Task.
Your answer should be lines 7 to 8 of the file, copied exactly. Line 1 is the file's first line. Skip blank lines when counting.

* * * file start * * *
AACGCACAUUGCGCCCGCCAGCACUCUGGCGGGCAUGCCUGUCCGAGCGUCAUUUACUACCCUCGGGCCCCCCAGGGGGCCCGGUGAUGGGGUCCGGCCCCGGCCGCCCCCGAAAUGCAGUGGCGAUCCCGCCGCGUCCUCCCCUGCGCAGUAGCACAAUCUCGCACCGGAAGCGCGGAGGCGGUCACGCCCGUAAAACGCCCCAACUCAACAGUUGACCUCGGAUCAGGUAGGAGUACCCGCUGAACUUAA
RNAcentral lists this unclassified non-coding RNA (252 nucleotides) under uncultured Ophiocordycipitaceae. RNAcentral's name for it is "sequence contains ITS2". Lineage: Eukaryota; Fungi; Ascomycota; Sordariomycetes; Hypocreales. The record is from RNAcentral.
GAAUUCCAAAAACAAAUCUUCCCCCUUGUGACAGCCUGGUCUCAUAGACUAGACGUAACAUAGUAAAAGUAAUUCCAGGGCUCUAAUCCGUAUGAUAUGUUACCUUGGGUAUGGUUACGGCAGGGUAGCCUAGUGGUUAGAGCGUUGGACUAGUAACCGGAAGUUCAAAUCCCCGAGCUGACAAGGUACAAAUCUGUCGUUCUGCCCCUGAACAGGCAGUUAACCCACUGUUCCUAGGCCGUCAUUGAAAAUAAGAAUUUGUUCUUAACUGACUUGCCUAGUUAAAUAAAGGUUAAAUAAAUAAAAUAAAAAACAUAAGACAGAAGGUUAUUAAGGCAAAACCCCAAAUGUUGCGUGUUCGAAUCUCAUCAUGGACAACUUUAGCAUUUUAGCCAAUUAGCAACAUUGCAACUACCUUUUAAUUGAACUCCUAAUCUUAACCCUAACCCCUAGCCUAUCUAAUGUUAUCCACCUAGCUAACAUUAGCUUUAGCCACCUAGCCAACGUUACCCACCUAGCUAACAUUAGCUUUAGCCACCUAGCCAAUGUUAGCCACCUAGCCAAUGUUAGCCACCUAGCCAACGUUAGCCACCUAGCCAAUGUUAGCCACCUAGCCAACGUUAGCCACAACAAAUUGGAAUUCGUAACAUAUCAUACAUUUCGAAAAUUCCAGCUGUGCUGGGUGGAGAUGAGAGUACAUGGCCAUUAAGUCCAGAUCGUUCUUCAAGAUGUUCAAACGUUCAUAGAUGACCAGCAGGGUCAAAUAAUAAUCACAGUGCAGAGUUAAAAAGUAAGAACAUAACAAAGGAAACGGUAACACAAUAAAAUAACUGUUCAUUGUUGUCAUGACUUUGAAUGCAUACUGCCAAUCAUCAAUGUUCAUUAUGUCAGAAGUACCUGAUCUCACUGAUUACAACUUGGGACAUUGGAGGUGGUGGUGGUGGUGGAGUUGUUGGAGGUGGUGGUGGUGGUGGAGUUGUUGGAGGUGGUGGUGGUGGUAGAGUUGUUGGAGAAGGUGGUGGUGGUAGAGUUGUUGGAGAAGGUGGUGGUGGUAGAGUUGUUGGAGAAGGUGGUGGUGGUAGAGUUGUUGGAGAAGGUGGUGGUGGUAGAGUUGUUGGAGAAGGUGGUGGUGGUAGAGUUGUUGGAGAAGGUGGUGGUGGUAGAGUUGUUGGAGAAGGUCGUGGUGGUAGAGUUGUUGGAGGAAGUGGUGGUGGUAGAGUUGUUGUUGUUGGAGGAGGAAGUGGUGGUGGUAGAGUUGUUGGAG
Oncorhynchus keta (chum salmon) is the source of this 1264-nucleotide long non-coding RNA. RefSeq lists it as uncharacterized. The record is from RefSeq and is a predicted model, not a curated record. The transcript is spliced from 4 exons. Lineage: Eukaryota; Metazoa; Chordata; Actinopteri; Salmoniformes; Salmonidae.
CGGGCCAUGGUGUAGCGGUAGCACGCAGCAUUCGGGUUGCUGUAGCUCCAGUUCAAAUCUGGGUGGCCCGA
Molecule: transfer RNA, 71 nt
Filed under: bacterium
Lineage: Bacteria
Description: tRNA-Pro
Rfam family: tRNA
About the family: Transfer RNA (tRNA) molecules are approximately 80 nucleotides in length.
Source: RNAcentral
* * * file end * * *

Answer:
Filed under: bacterium
Lineage: Bacteria